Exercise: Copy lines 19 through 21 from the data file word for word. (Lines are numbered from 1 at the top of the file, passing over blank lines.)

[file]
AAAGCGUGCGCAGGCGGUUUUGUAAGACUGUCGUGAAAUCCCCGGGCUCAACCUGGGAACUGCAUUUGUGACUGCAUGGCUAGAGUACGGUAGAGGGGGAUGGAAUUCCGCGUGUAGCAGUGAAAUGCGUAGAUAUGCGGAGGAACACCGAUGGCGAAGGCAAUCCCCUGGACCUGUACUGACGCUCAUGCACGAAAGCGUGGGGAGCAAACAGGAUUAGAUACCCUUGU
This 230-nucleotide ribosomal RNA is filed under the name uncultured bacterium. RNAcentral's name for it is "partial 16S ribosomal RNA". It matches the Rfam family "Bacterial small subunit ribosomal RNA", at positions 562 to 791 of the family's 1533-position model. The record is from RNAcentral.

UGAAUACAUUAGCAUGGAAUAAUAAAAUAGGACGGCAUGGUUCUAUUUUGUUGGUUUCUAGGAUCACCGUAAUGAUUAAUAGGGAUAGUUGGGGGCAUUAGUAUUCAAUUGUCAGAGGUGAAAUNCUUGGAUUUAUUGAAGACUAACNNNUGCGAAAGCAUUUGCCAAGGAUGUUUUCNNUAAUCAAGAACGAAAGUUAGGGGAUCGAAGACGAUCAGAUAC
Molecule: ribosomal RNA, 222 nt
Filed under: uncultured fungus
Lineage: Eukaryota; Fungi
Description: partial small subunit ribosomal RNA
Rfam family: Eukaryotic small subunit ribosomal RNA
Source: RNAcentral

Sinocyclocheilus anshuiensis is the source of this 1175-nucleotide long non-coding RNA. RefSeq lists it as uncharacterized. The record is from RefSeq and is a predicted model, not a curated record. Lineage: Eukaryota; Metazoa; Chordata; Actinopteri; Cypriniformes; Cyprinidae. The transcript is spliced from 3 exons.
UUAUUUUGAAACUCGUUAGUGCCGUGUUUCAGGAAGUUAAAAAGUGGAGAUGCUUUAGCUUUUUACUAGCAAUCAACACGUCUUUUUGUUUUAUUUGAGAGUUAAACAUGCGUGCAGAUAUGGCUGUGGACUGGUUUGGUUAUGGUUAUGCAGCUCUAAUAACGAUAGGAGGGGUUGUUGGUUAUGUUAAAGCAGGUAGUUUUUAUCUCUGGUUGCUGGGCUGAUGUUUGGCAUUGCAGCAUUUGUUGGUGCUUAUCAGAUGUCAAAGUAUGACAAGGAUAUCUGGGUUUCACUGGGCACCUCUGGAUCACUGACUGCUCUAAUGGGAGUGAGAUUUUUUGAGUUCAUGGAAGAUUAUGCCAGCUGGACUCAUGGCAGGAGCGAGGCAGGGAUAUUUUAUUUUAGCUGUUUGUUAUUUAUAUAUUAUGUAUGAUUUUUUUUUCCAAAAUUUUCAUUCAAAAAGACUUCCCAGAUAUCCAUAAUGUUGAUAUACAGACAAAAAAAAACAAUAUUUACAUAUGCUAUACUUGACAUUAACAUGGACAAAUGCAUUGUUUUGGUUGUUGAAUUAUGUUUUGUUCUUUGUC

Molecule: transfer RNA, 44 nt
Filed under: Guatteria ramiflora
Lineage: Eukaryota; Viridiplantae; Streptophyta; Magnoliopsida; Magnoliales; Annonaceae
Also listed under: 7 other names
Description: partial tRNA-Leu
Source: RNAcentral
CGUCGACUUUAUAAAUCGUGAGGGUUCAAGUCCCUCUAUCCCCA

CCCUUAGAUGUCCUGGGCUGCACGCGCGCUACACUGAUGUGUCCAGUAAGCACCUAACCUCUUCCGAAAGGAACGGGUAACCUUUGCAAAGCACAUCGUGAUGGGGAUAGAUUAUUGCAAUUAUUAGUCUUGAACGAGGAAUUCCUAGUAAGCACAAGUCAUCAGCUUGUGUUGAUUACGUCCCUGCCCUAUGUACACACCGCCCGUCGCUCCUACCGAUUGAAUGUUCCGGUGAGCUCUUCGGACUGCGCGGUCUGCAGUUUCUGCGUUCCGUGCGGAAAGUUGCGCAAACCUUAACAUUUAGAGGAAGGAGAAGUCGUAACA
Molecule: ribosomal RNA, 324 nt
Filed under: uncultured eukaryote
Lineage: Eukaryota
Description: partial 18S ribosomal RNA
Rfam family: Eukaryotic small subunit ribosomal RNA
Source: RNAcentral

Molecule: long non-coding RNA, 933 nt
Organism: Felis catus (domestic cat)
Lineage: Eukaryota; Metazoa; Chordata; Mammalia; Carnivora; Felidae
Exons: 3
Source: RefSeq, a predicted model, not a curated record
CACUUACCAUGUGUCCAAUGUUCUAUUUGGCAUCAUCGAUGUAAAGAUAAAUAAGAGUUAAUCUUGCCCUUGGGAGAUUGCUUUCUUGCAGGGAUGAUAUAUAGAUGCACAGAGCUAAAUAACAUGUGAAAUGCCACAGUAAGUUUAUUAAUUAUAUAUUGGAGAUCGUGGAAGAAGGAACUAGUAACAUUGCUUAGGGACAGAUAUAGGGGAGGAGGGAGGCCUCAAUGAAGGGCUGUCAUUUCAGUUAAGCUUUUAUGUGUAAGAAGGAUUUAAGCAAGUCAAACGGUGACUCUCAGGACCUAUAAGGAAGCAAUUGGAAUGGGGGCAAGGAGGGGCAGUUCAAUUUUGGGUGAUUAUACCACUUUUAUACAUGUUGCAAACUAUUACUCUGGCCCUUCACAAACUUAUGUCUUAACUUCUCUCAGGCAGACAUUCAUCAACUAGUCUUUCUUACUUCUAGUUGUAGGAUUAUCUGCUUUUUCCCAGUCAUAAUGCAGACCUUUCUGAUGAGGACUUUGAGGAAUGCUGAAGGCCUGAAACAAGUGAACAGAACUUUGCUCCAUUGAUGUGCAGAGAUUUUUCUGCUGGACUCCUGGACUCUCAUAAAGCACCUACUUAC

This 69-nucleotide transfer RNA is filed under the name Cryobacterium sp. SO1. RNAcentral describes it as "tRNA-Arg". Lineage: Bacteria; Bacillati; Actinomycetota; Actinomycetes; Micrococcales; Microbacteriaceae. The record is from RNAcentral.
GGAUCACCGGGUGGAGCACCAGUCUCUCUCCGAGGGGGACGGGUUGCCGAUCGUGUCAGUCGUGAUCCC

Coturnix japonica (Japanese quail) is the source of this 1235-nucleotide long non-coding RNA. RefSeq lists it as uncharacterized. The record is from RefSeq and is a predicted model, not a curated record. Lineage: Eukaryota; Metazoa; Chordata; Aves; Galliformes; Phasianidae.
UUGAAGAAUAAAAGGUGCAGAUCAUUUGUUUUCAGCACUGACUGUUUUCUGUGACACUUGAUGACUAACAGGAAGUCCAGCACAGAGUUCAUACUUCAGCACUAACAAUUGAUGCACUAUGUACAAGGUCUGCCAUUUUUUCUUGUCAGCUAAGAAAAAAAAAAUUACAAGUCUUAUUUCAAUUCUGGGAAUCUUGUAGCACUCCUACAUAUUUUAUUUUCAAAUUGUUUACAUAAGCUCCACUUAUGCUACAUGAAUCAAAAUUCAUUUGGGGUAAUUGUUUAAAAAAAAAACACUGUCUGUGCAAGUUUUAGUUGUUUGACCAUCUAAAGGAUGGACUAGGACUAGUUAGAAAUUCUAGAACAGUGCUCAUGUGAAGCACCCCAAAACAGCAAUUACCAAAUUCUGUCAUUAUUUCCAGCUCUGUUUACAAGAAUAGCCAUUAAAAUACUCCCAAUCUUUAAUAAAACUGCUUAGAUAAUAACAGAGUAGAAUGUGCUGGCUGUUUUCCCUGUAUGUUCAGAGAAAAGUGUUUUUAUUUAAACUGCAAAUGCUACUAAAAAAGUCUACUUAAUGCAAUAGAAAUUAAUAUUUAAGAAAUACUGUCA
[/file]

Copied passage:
CCCUUAGAUGUCCUGGGCUGCACGCGCGCUACACUGAUGUGUCCAGUAAGCACCUAACCUCUUCCGAAAGGAACGGGUAACCUUUGCAAAGCACAUCGUGAUGGGGAUAGAUUAUUGCAAUUAUUAGUCUUGAACGAGGAAUUCCUAGUAAGCACAAGUCAUCAGCUUGUGUUGAUUACGUCCCUGCCCUAUGUACACACCGCCCGUCGCUCCUACCGAUUGAAUGUUCCGGUGAGCUCUUCGGACUGCGCGGUCUGCAGUUUCUGCGUUCCGUGCGGAAAGUUGCGCAAACCUUAACAUUUAGAGGAAGGAGAAGUCGUAACA
Molecule: ribosomal RNA, 324 nt
Filed under: uncultured eukaryote